At minimum, there are two elections every year - one approximately every six months! Elections in the spring are primary elections, where candidates will be selected to run in the general election. Elections in the fall are general elections, where candidates are elected into office.
Special elections may occur when an elected official has to leave office before the end of their term. A special election may be called to elect another candidate to complete their term.
A primary election is an election in which registered voters will select a candidate that they believe should be that political party's candidate for elected office to run in the general election of that year. Primaries are also used to choose Democratic/Republican convention delegates and party leaders.
According to Pennsylvania law, primaries are closed primaries. This means that only voters registered under the Democratic or Republican parties can cast a vote. Voters must vote according to their party registration.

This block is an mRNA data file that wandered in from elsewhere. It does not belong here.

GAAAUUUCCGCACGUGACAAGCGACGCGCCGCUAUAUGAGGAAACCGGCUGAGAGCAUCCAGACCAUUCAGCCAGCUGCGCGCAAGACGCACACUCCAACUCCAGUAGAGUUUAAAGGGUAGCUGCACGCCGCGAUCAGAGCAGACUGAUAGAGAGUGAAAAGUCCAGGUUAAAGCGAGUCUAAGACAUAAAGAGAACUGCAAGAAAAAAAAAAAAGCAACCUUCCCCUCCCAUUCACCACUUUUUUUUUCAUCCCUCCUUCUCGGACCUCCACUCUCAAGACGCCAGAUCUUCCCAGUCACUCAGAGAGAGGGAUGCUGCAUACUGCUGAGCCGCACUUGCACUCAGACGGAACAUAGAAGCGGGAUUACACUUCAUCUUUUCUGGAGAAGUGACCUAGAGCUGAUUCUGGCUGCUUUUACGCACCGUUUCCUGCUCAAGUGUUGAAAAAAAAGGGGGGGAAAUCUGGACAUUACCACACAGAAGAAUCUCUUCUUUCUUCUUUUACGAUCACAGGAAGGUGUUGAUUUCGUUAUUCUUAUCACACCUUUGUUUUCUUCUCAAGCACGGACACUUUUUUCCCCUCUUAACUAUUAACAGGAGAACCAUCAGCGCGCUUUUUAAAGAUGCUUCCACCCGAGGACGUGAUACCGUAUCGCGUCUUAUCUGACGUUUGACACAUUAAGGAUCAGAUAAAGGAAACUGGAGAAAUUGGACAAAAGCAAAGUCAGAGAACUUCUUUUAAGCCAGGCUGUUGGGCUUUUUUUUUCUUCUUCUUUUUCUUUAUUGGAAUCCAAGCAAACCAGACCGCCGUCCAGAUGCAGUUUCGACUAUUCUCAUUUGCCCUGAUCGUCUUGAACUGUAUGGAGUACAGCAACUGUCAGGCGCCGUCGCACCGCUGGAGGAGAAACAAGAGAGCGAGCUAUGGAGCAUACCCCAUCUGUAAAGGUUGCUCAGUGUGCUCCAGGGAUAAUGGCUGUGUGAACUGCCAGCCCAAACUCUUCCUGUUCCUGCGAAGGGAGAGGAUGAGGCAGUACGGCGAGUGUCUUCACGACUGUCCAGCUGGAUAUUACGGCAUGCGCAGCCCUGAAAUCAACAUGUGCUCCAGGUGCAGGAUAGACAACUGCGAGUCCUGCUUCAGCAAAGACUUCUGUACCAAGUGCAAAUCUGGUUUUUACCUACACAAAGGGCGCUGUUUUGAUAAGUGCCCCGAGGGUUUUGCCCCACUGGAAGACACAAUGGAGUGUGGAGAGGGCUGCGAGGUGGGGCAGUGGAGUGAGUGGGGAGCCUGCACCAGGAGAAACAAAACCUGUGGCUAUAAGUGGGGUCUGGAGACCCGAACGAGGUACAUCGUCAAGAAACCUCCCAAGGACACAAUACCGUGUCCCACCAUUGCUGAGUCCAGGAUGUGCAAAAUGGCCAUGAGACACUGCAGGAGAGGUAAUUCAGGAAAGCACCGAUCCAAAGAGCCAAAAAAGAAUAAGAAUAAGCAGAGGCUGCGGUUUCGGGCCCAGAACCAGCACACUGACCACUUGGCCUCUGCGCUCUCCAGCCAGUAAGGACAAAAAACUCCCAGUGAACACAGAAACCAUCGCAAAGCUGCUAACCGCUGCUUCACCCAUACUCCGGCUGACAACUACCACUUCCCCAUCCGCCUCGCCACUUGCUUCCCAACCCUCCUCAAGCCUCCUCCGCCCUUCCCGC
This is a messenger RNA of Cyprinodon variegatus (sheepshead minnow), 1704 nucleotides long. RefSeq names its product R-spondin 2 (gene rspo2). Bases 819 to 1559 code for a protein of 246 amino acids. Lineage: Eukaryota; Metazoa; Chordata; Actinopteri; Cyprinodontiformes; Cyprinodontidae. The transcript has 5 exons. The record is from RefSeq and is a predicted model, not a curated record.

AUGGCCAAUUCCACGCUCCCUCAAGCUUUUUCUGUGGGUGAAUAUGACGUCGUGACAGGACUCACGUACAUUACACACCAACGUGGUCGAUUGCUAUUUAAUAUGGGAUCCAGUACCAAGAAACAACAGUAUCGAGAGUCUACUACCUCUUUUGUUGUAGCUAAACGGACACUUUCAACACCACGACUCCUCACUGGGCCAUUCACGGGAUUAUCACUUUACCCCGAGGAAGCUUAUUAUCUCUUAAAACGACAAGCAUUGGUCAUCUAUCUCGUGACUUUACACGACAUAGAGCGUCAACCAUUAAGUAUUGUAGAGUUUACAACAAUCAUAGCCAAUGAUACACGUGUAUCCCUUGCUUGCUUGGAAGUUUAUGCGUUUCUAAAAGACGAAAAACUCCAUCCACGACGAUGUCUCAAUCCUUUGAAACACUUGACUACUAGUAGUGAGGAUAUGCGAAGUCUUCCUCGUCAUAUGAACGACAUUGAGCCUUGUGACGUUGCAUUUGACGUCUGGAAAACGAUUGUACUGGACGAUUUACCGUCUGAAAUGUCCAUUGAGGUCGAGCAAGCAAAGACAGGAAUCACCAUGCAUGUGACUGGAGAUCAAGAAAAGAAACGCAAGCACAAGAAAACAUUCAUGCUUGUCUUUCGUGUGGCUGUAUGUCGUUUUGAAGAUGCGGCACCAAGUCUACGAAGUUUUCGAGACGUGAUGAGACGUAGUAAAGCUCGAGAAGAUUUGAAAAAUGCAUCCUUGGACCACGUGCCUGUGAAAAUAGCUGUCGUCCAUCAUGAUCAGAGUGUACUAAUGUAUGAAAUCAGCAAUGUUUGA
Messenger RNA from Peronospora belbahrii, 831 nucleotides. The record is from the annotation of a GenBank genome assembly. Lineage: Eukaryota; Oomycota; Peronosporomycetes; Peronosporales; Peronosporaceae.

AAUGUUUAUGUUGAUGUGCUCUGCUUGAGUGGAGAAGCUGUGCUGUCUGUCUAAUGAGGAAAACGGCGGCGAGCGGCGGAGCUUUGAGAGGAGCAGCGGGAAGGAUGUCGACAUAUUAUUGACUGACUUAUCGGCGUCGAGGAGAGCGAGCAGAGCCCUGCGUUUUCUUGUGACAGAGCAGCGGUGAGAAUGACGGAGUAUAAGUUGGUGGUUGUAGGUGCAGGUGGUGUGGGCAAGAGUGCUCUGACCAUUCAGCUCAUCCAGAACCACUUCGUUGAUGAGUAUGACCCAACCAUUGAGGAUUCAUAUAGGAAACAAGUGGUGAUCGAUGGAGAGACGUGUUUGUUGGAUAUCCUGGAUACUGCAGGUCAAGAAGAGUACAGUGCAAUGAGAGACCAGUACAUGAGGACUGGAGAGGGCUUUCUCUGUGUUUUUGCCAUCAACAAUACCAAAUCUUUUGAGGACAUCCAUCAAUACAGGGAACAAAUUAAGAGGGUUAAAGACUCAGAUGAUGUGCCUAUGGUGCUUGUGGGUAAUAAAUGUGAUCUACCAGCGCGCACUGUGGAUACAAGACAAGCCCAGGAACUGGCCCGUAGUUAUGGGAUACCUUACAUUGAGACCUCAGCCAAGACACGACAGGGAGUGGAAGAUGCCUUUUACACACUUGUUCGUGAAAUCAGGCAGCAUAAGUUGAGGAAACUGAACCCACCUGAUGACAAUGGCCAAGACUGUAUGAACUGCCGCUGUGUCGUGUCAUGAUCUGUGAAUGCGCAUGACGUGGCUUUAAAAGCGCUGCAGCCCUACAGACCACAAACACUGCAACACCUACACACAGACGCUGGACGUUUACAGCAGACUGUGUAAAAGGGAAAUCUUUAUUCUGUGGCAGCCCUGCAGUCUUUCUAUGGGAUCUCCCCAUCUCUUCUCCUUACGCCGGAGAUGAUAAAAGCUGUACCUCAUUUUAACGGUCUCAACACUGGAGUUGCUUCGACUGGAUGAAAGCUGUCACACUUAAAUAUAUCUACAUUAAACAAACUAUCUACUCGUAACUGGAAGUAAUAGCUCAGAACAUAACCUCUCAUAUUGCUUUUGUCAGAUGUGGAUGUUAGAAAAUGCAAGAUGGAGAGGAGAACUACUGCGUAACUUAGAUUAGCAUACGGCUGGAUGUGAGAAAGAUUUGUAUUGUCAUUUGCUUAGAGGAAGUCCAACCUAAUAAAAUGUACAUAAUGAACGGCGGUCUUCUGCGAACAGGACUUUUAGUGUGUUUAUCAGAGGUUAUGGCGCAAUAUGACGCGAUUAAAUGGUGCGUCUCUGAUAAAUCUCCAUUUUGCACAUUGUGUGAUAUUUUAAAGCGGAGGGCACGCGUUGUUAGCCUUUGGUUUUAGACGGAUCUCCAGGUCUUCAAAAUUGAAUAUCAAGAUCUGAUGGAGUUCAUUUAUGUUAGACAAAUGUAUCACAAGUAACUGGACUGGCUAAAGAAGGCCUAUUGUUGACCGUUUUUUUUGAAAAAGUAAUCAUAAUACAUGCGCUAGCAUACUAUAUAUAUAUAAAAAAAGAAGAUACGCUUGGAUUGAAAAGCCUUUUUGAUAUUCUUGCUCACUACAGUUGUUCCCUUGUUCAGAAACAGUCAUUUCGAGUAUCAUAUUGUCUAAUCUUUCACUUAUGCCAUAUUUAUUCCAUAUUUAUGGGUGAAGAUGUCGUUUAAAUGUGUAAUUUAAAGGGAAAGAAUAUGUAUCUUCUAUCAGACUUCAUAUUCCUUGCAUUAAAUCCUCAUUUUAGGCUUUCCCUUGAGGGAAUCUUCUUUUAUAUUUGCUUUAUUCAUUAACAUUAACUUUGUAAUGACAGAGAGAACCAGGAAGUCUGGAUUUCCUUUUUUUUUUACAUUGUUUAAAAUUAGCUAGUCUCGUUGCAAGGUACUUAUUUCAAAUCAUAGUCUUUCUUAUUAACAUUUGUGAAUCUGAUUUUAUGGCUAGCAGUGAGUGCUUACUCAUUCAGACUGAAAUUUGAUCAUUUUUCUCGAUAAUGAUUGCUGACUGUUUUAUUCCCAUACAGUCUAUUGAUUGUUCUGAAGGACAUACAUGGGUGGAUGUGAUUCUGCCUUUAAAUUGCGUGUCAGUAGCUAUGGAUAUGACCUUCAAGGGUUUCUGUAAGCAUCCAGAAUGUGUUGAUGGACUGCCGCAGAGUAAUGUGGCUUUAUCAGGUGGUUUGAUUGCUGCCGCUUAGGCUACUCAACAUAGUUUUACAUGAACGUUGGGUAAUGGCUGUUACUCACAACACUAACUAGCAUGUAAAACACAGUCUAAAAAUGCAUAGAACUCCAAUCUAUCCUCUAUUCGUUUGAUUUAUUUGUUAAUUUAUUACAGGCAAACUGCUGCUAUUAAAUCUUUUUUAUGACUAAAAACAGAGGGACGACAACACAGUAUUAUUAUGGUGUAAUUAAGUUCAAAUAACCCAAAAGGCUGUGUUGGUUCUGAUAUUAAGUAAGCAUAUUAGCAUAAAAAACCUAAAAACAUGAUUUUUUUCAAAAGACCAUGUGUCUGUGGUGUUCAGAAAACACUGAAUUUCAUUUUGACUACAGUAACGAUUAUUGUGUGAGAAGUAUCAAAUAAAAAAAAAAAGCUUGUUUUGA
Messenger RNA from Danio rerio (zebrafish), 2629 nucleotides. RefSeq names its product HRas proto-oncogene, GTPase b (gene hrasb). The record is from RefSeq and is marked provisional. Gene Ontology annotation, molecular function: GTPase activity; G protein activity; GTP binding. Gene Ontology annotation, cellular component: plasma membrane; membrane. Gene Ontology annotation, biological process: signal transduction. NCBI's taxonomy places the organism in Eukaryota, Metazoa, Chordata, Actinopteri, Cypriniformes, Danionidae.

However, if there are constitutional amendments or referendum questions on the ballot, a separate ballot will be provided for all other voters in primary elections.
General elections in Pennsylvania are open to all voters, no matter their registered party. Voters will elect candidates into office to serve their designated term.
Federal versus Municipal Cycles
Offices that will be voted on during a primary and general election depend on the election cycle - either federal or municipal. Federal cycles run in even-numbered years. Municipal cycles run in odd-numbered years.